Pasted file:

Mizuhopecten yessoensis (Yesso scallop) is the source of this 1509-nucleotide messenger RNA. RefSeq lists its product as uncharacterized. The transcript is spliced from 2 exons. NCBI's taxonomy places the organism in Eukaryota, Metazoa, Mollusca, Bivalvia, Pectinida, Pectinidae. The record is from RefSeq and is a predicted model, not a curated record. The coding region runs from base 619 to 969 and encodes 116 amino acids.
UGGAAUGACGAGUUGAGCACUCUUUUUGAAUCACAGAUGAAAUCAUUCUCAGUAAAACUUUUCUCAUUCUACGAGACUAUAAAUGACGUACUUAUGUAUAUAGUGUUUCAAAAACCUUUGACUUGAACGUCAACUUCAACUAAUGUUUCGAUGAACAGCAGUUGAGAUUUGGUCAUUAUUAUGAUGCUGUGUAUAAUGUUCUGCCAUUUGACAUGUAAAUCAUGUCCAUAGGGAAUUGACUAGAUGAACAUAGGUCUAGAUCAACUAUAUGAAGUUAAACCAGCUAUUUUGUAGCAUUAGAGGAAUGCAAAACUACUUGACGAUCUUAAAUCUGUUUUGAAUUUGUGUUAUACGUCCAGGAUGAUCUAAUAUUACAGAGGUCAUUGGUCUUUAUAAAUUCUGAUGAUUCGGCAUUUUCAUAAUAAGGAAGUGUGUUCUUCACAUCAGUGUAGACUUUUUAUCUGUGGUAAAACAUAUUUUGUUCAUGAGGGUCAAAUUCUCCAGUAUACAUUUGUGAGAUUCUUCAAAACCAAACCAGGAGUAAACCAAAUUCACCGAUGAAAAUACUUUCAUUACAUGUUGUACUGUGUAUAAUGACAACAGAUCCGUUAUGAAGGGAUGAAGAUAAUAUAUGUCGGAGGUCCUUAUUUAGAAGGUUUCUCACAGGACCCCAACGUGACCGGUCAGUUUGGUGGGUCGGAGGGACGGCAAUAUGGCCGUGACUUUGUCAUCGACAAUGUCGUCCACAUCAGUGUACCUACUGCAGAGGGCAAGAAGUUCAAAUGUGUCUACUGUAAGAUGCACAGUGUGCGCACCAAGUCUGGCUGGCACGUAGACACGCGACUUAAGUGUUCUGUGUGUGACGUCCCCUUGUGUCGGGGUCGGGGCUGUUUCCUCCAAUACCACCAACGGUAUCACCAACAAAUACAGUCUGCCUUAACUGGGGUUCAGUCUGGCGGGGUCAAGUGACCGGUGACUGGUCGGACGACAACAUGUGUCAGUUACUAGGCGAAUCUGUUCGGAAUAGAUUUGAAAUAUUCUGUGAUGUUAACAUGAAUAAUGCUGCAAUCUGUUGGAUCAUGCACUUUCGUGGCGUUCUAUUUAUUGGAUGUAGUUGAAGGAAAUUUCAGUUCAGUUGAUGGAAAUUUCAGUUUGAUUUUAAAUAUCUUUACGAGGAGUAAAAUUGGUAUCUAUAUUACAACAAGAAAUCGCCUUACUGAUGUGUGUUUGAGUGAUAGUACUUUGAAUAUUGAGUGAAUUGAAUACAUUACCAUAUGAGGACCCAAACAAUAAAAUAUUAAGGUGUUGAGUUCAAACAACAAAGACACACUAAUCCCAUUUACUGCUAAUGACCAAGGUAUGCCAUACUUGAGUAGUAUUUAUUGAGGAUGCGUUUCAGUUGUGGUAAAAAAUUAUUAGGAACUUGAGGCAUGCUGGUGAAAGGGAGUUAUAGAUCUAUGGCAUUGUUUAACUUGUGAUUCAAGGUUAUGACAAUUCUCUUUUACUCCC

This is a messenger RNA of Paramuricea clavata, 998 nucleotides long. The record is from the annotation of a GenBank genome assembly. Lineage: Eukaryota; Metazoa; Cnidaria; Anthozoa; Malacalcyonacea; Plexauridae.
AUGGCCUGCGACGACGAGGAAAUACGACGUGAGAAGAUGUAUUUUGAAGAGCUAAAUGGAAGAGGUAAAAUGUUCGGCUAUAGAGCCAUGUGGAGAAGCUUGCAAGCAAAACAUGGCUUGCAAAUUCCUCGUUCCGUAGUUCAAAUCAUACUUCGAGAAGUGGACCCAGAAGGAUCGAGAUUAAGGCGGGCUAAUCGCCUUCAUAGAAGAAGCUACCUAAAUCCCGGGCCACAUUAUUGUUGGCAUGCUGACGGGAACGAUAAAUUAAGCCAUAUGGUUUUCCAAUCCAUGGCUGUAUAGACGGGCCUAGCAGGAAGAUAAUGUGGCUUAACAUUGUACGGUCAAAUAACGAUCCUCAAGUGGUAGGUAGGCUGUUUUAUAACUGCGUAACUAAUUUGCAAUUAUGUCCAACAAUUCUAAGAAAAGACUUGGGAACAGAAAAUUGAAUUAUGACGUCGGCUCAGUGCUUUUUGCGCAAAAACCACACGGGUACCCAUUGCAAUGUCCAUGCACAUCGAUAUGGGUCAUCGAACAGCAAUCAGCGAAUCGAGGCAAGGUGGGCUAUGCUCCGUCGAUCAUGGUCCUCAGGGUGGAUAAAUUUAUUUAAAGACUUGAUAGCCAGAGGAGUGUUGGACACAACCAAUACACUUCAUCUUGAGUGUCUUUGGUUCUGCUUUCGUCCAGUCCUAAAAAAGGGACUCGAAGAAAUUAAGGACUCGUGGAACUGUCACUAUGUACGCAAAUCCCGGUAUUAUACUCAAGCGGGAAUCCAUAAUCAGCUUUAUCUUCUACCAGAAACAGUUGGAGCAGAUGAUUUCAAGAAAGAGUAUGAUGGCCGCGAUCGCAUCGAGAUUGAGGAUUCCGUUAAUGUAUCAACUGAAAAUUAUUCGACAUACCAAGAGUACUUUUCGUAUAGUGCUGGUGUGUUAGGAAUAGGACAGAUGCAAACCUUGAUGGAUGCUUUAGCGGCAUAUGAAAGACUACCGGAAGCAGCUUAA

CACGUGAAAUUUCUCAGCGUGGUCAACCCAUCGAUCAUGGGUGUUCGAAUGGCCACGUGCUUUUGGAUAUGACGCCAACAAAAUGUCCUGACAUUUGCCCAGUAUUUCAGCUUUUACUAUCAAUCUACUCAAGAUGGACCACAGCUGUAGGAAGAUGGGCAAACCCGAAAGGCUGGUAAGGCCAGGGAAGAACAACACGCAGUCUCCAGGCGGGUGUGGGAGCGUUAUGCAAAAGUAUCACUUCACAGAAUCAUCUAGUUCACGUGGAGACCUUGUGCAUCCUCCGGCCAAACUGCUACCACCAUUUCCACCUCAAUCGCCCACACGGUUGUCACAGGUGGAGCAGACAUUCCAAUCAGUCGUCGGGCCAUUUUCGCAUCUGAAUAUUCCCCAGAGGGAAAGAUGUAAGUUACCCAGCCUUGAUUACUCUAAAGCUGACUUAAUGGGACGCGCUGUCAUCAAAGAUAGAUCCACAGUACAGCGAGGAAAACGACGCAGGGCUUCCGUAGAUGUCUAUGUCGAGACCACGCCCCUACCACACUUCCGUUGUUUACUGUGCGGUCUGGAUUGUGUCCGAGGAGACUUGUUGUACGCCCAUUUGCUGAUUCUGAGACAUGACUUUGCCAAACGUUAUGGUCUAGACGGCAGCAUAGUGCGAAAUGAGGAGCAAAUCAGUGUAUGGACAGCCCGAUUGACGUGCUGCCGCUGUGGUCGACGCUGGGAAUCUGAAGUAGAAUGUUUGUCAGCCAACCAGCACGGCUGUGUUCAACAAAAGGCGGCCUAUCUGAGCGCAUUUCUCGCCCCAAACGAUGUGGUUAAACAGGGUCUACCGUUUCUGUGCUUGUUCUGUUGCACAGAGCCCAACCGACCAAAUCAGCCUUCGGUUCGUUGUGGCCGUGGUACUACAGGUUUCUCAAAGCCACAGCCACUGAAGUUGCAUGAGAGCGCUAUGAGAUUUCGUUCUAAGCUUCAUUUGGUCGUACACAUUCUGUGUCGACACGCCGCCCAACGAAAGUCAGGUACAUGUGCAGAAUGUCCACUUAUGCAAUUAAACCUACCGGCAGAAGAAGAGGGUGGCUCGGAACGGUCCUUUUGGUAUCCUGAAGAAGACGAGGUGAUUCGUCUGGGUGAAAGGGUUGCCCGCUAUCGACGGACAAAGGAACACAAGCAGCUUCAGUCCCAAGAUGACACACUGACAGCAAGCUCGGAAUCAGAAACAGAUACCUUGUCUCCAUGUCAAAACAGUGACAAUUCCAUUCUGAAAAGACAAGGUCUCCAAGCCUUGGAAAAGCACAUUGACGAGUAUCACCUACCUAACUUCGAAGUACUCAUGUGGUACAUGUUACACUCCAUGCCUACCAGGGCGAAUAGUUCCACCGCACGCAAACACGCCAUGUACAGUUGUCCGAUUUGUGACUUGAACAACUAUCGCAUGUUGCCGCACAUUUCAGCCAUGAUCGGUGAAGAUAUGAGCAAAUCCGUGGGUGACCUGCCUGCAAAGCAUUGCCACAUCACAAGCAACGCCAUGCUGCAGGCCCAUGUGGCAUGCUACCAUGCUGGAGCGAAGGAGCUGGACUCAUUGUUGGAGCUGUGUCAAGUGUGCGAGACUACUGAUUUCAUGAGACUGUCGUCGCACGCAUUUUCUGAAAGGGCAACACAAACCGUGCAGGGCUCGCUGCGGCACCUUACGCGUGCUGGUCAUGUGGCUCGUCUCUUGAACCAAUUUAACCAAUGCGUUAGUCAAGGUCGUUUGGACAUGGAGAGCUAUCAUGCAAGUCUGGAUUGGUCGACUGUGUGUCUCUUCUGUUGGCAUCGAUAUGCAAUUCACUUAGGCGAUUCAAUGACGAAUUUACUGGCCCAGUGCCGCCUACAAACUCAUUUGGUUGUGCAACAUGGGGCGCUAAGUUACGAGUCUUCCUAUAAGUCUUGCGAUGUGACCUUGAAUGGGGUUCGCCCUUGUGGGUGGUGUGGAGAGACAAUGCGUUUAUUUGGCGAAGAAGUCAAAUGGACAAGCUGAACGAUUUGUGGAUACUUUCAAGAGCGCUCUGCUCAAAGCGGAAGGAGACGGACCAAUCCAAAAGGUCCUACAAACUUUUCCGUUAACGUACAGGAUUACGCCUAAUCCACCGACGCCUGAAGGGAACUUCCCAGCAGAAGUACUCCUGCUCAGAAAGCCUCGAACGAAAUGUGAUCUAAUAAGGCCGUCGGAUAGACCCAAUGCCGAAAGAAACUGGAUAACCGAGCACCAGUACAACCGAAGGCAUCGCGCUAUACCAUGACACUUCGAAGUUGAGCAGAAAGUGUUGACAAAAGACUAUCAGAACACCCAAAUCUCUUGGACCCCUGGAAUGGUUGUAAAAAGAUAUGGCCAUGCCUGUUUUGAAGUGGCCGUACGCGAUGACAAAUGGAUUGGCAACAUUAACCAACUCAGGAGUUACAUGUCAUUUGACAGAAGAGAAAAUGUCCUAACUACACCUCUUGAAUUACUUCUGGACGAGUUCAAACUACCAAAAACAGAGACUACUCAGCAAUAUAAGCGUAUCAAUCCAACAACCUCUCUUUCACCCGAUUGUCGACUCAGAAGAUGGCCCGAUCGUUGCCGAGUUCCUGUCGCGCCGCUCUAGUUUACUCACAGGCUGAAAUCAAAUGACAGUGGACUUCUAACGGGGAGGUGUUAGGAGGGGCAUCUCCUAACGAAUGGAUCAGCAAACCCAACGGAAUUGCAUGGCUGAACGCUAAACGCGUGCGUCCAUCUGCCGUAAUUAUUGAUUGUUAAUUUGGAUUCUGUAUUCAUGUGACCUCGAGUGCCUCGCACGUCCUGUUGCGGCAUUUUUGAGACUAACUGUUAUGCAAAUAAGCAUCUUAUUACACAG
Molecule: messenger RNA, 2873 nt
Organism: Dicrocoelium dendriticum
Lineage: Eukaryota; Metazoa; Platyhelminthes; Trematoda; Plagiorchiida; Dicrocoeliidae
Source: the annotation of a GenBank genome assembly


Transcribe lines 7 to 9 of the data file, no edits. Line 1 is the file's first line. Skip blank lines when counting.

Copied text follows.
Organism: Dicrocoelium dendriticum
Lineage: Eukaryota; Metazoa; Platyhelminthes; Trematoda; Plagiorchiida; Dicrocoeliidae
Source: the annotation of a GenBank genome assembly